The first rule of poetry is to forget the rules. Having said that, however, some stylistic considerations do come into play to some extent. Some rules may be bent for effect, while some things may still sound wrong, poem or no poem.With eyes
Bewildered at this untimely morn,
Withered at the sun’s wide open window,
At the flight/zenith of this imminent dawn,
Of/from the chains of slumber
Have I freed my tied hands.
I cried out: “O people, it is Light of Miracle now!
If there still exists any power of sight in your eyes of blindness,
Gaze well, before it slips through your fingers,
In the nightly sky, at the flight of sunshine….”.
-Is this piece correct regarding grammatical rules?
The only real grammar-related issue I see here is the fact that I would want to put an article (the) in front of "Light of Miracle." Incidentally, how does "the Miracle of Light" grab you?
I really think the positioning is fine. It works for me.-“The flight of sunshine” is the object of the intransitive verb gaze whichisput at the end of the last line. Is this position suitable? We need to make some literary considerations in poetry to make it less formal and give it prominence any way.
I can think of a couple of somewhat more creative things, but better? That's not for me to say. I might use the word yet instead of still in that line. It just strikes as a bit more poetic. For example:-Do you have any better suggestions for “power of sight”,” it slips through your
"If there yet exists a sliver of sight in your eyes of blindness..."
In my mind, sliver suggests a very small amount of something, an exceedingly thin slice or piece of something; it also suggests the image of someone's eyes narrowed by squinting, as if trying to summon the last remnants of their ability to see. That does, however, reduce the number of syllables in the line by one. To retain the syllable count, maybe something like this:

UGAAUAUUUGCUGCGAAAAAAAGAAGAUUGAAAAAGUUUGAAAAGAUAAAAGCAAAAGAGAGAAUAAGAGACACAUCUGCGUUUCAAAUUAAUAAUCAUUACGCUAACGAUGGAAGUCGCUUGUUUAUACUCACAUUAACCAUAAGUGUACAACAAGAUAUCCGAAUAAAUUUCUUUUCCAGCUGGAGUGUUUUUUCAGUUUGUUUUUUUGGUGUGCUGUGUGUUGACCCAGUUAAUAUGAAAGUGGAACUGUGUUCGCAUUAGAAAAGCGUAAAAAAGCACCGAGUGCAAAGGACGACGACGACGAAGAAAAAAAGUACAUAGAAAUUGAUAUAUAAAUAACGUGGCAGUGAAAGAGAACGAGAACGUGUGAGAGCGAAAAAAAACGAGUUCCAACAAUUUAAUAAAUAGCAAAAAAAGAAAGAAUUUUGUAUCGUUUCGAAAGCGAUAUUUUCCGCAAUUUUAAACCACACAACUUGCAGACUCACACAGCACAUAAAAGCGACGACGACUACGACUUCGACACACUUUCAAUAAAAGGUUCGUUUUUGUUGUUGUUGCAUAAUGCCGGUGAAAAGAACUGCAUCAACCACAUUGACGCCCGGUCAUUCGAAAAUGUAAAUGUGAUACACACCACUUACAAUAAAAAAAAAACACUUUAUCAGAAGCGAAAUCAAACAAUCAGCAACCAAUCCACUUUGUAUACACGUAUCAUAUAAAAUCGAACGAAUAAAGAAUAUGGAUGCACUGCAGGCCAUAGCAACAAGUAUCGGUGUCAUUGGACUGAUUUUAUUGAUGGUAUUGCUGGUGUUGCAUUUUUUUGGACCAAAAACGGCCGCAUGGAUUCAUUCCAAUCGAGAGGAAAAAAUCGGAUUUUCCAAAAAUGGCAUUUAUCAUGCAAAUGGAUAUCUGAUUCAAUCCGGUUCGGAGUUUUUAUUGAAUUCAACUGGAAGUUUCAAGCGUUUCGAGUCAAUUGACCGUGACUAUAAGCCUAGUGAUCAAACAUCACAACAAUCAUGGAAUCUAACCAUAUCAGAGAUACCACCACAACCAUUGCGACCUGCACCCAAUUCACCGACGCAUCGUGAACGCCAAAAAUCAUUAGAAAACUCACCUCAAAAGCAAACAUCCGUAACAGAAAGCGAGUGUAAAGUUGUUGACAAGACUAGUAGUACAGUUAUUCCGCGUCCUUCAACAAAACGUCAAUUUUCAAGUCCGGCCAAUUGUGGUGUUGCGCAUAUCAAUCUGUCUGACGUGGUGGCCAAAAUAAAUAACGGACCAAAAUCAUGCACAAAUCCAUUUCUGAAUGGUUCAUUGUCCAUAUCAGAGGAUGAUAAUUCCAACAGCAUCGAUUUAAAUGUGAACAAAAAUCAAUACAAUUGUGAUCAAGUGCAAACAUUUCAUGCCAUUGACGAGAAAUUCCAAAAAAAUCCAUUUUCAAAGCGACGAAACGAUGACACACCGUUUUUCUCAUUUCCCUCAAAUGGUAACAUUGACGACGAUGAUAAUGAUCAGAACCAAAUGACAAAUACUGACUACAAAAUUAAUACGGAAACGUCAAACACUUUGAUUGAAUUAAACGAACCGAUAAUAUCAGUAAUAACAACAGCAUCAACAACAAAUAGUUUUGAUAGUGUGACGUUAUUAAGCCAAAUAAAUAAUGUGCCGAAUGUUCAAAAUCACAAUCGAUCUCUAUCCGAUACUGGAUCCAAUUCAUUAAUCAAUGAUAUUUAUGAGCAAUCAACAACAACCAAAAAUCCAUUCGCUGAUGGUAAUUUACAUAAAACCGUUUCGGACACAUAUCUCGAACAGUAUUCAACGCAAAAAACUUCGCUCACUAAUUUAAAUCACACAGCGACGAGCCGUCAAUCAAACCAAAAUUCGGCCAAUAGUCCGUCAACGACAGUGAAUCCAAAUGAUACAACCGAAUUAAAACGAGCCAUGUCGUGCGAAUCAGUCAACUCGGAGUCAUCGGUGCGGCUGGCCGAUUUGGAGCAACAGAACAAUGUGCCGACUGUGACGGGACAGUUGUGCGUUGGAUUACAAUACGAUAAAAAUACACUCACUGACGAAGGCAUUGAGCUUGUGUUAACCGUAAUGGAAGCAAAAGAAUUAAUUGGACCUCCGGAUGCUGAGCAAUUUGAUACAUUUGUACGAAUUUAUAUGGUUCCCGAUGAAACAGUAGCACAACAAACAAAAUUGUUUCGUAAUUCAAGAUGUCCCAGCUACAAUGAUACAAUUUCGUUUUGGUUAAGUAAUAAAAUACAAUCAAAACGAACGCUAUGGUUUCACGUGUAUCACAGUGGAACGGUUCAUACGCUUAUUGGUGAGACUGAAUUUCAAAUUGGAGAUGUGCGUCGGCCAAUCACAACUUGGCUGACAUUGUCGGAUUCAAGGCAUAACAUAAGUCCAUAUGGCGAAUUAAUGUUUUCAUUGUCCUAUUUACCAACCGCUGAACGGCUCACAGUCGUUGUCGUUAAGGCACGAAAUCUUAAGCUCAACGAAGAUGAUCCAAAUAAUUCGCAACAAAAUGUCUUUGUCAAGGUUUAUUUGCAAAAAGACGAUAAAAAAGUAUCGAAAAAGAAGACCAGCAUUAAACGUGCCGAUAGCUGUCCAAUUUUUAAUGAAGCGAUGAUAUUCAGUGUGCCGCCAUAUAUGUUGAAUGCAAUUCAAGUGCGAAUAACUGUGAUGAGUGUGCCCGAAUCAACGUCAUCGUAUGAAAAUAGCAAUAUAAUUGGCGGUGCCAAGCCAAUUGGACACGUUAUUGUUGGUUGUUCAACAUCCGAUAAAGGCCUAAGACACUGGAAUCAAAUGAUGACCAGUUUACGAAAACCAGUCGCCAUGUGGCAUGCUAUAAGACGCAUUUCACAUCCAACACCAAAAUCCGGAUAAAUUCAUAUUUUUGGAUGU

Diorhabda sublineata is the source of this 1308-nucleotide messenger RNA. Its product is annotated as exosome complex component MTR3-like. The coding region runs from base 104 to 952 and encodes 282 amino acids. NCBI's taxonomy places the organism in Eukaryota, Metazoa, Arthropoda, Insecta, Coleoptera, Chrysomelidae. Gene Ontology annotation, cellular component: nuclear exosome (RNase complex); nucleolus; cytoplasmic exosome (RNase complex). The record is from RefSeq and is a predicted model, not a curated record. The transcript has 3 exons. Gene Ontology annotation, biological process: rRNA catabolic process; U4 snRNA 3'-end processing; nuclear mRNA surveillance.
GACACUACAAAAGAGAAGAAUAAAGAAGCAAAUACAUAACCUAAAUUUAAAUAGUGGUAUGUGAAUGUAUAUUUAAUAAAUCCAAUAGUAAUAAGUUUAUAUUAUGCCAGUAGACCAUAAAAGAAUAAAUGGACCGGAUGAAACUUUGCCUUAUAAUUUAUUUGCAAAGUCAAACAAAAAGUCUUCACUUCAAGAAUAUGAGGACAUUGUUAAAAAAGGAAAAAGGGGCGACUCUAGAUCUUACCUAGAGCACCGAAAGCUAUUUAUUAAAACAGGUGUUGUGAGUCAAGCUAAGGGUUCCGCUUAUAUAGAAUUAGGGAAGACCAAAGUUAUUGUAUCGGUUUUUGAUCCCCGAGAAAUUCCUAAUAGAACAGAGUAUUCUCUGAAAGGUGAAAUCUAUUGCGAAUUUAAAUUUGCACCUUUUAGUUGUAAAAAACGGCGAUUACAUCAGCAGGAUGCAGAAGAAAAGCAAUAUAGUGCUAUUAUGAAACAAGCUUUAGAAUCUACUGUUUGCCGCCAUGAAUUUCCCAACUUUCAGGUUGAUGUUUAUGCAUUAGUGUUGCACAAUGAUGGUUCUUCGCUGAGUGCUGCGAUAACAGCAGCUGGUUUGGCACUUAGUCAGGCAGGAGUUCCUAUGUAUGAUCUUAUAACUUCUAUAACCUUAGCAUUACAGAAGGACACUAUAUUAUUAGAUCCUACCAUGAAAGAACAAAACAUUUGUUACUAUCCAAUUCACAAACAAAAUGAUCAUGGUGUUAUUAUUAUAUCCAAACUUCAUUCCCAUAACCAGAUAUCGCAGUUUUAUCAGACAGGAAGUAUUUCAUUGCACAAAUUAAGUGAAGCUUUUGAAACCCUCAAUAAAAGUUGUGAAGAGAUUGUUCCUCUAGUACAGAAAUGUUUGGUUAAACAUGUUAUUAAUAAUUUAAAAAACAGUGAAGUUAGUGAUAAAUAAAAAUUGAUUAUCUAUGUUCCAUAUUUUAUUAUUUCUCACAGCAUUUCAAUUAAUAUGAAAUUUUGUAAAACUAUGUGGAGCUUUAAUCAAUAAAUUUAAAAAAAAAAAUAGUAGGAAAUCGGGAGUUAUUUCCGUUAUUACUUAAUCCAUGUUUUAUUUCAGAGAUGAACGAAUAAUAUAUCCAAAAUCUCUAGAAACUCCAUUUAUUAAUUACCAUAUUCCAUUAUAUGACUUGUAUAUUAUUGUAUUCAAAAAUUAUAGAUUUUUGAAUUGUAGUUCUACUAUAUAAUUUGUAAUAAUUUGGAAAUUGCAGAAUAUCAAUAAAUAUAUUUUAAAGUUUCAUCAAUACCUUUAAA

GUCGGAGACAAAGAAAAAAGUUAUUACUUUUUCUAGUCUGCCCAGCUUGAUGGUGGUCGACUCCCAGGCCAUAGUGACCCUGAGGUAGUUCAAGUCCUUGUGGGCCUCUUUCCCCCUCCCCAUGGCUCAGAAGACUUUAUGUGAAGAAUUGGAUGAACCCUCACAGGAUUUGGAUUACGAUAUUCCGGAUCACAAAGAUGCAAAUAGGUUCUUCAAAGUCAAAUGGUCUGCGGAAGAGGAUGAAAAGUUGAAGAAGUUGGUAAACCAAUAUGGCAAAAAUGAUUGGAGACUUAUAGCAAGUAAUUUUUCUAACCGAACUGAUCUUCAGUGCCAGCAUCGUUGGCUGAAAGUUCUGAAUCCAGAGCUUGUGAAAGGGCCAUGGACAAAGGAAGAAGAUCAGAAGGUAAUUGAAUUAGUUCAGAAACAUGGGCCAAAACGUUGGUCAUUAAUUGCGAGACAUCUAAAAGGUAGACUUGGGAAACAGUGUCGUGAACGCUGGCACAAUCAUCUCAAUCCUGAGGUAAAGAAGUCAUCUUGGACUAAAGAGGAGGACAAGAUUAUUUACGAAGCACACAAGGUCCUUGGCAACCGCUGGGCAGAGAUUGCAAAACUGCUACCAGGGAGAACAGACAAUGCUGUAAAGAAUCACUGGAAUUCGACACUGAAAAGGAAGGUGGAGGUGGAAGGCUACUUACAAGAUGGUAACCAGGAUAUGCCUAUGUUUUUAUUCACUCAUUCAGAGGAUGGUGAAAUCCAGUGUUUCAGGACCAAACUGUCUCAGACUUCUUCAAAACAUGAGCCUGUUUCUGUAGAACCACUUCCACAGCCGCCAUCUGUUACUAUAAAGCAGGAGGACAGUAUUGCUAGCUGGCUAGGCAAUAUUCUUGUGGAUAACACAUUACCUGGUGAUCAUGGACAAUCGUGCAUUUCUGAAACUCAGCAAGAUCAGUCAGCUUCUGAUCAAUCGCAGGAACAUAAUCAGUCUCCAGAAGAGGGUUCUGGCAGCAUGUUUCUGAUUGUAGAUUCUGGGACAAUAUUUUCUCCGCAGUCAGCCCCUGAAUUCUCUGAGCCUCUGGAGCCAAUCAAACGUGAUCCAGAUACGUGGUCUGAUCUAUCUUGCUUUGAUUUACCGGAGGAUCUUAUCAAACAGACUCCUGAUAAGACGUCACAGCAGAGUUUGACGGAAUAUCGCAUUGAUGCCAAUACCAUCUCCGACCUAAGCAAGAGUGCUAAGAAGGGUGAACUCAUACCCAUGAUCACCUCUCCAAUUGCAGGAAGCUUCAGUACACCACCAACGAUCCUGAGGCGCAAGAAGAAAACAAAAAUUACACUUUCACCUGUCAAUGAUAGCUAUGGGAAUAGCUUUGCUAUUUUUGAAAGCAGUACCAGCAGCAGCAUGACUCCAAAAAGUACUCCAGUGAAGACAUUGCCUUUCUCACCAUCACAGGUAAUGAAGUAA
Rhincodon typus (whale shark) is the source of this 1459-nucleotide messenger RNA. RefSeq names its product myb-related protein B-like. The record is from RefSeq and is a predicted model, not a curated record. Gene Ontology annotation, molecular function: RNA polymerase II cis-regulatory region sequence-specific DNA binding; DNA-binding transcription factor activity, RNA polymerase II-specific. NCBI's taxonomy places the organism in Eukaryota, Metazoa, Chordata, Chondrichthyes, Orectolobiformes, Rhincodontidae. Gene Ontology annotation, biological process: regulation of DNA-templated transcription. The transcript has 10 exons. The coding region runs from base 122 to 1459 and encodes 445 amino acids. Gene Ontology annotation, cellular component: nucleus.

"If there yet exists a sliver of sight in your all but sightless eyes..."
Now you have the same syllable count, as well as a little alliteration thing going on. As far as "before it slips through your fingers" is concerned, again it's just a question of searching for something a bit more creative. This is a common, ordinary phrase. It's limp. Dig deeper. Tinker with it until your eyes pop out, as Saul Bellow used to say.
How about something like
"Gaze well, ere it slips your vision's grasp..."
Ouch...I think I strained my poetic muscle. By the way, in the spots in the original where you listed two choices, I would choose flight and from, resp. Zenith suggests a high point, like noon...not dawn. Also, from is more suggestive of escape from something, which works better for me here.
Yes, I think so. It's really not bad. That's why I didn't mind spending a little more time on this post. Of course, I'm not a poet and never will be, so I'm way out of my league giving anyone suggestions on poetry.-The major imagery in such a poem is mostly visual and designed to provoke some weird feeling in the reader. Does it cover these intentions?